Health News

Gout symptoms: Should you walk with gout? Gout triggers and foods to avoid

BBC Breakfast: Charlie Stayt reveals in 2014 that he had gout

We use your sign-up to provide content in ways you’ve consented to and to improve our understanding of you. This may include adverts from us and 3rd parties based on our understanding. You can unsubscribe at any time. More info

Despite its associations with historical banquets and over-indulgence, gout is a common form of arthritis in the UK. People with gout experience flare-ups or ‘gout attacks’ from time to time, but there are steps you can take to reduce your risk of a gout attack.

Gout is a painful form of arthritis; it isn’t often talked about, but it is the most common form of inflammatory arthritis.

Most common in men, and becoming more common the older you get, gout is caused by a build-up of urate in your blood.

Everybody creates urate when it breaks down purines, chemicals from certain foods, but high levels of urate can cause urate crystals to form.

Urate crystals form in and around your joints, making them extremely painful.

Sharp urate crystals fall into the space between two browns of a joint, where they rub against the synovium, the soft lining of a joint.

This is what’s known as a gout attack.

But, if you’re experiencing the symptoms of a gout flare-up, how active should you be?

Should you walk if you have gout?

The intensity of a gout flare-up can vary from person to person, so for some it may be physically impossible to walk if they have a gout flare-up in their foot, toes or ankle.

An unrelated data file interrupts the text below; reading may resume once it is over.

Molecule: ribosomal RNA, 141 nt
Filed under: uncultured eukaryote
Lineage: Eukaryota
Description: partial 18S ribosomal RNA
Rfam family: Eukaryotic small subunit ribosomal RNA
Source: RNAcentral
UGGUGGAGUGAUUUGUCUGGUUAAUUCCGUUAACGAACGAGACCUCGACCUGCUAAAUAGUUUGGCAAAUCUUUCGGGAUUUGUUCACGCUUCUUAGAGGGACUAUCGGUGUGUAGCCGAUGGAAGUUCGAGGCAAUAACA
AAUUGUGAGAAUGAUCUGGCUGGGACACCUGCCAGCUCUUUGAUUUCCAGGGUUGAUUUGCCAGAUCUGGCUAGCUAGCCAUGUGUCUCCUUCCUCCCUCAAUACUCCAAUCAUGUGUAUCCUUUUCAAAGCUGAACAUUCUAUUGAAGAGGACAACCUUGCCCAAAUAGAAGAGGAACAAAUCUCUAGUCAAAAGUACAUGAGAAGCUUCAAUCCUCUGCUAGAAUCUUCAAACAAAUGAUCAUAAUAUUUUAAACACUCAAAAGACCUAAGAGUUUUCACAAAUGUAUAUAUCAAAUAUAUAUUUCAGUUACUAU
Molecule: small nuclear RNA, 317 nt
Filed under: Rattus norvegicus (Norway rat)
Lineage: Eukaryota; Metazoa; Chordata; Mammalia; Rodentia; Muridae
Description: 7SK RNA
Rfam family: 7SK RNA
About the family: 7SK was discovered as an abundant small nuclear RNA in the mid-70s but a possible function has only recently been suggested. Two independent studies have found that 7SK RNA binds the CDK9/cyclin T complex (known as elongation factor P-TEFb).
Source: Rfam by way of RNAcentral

According to the NHS, if you’re experiencing a gout attack you must rest and raise the affected area.

The NHS also advise against putting any pressure on the joint.

This rules out walking if gout is affecting your foot, but if you’re experiencing gout anywhere else you should be able to walk and go about your daily activities, as long as they don’t aggravate the affected joint.

However, after your gout flare-up is over, you should definitely try to get your steps in.

Being overweight can put you at greater risk of gout; walking is a great way to keep trim, so staying active could reduce your risk.

The NHS recommends taking the following steps during a gout attack:

  • Take any medicine you’ve been prescribed
  • Keep the joint cool with a cold towel or an ice pack
  • Drink plenty of water, unless a medical professional has told you not to
  • Keep the affected area well-ventilated at night – avoiding covering it with pyjamas or heavy duvets

Three ‘gum disease’ inducing foods to avoid at all cost [INSIGHT]
Arthritis diet: The Arthritis Foodie’s five favourite foods [TIPS]
Gout symptoms: Can you get gout in your heel? [UPDATE]

What else should you avoid if you have gout?

If you have gout and want to avoid any flare-ups in the future, there are a few more things you ought to avoid.

As gout is caused by the urate acid created when you eat purines, you should try to cut down on the amount you eat.

Purine-rich foods you should eat less of include:

  • Red meat, game and offal
  • Seafood, particularly oily fish and shellfish
  • Foods rich in yeast extracts – such as Marmite
  • Processed foods and drinks.

Alcohol is also a well-known gout trigger and you should avoid drinking it to excess.

Beer is particularly high in purines, so could cause a gout flare-up.

Source: Read Full Article